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Discussion Starter #6
Cool, thks everyone like the pic. I can actually do any pose you can think of. I have been making static props in all kinds of poses for years, just wanted some advice thanks. :D
 

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A good post by Pumpkinrot on the subjecct:
"I'm a static prop haunter. I've always been one. Until my site went live back around 2003, I never even knew there was a name for what I did. If your props move or have a spring-action mechanism which activates when they're approached or if your props are powered by compressed air cylinders, you're an animatronic or pneumatic haunter. If your props are made with tiny animal bones, you're a sociopathic haunter.

As a static prop haunter, my props are motionless. So I have to try to achieve a potential for movement - an appearance that my props are in a moment of rest, or waiting. I've found that the static props that work best are the ones that look like they've just paused for a second:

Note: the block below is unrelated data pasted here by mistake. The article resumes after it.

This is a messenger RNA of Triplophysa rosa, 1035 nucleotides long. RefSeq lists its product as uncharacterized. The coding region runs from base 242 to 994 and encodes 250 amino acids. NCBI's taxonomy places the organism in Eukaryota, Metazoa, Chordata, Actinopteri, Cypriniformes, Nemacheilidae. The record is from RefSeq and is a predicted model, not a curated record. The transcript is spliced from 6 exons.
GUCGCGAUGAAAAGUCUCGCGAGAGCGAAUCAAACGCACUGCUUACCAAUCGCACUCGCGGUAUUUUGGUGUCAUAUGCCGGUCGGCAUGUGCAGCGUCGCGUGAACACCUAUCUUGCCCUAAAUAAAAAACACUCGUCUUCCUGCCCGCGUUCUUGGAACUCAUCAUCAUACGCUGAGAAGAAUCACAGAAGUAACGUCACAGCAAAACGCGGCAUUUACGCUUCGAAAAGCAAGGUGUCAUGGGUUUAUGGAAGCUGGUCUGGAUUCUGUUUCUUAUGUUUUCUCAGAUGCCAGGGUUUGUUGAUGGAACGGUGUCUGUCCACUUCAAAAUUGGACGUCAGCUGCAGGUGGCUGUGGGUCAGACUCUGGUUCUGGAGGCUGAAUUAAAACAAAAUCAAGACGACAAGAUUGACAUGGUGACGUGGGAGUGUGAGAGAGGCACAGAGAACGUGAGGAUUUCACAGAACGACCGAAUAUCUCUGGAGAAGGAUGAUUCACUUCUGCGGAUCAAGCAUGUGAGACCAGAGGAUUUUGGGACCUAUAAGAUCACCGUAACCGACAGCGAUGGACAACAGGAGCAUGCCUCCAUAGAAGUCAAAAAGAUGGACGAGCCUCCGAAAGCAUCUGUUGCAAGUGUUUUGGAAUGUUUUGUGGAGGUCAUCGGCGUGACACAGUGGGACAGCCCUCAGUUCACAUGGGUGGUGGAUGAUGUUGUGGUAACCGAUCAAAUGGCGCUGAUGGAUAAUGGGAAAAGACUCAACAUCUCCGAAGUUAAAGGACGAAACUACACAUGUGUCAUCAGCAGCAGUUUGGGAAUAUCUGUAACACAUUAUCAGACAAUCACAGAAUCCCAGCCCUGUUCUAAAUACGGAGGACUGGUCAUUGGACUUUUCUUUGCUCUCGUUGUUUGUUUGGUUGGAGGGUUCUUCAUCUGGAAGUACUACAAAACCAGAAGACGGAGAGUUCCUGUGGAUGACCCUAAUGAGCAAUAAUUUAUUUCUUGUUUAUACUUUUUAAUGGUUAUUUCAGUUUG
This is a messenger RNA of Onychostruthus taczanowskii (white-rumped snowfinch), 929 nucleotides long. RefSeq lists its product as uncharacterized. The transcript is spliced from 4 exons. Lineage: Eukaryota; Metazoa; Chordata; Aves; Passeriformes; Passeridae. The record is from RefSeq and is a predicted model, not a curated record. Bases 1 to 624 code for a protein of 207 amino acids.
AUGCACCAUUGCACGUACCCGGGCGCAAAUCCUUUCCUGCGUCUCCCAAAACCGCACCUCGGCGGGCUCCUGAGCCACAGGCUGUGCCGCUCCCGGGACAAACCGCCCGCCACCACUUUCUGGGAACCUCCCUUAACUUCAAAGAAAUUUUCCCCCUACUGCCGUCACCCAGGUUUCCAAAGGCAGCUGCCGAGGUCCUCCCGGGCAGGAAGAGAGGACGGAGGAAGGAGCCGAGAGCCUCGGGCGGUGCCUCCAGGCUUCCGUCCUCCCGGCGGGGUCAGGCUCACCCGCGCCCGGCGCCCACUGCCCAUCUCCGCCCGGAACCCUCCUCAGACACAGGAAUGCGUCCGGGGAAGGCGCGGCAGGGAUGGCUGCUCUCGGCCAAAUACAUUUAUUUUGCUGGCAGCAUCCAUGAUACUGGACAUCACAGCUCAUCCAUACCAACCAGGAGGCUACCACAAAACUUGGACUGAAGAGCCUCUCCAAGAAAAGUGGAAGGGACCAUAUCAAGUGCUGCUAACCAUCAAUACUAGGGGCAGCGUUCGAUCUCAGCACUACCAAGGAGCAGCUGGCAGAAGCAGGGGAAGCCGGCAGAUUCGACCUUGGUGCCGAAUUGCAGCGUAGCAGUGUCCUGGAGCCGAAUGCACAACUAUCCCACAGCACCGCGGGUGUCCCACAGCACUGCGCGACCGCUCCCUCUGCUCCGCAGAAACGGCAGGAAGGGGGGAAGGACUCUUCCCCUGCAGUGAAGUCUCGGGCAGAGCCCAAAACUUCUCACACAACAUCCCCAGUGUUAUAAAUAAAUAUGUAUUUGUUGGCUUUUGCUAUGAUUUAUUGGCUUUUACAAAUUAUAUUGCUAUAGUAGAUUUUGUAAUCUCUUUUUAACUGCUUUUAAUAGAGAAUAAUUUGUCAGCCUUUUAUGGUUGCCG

Corpses that just pushed out of the ground and are now surveying their surroundings...


Witches that are staring into a steaming cauldron thinking dark twisted things...


or a skeleton stretching out its hand seconds before the hand drops to the ground for leverage.



The static props that I've been most disappointed with in my display are the ones that end up looking like they're trapped in time - frozen in movement. That's a totally different animal than a moment of rest. It's like a photograph of a moving creature, rather than a creature about to pounce.

I think that's why I love scarecrows so much. They're motionless by their very nature. Hanging on their posts, waiting. And moving only when the wind blows.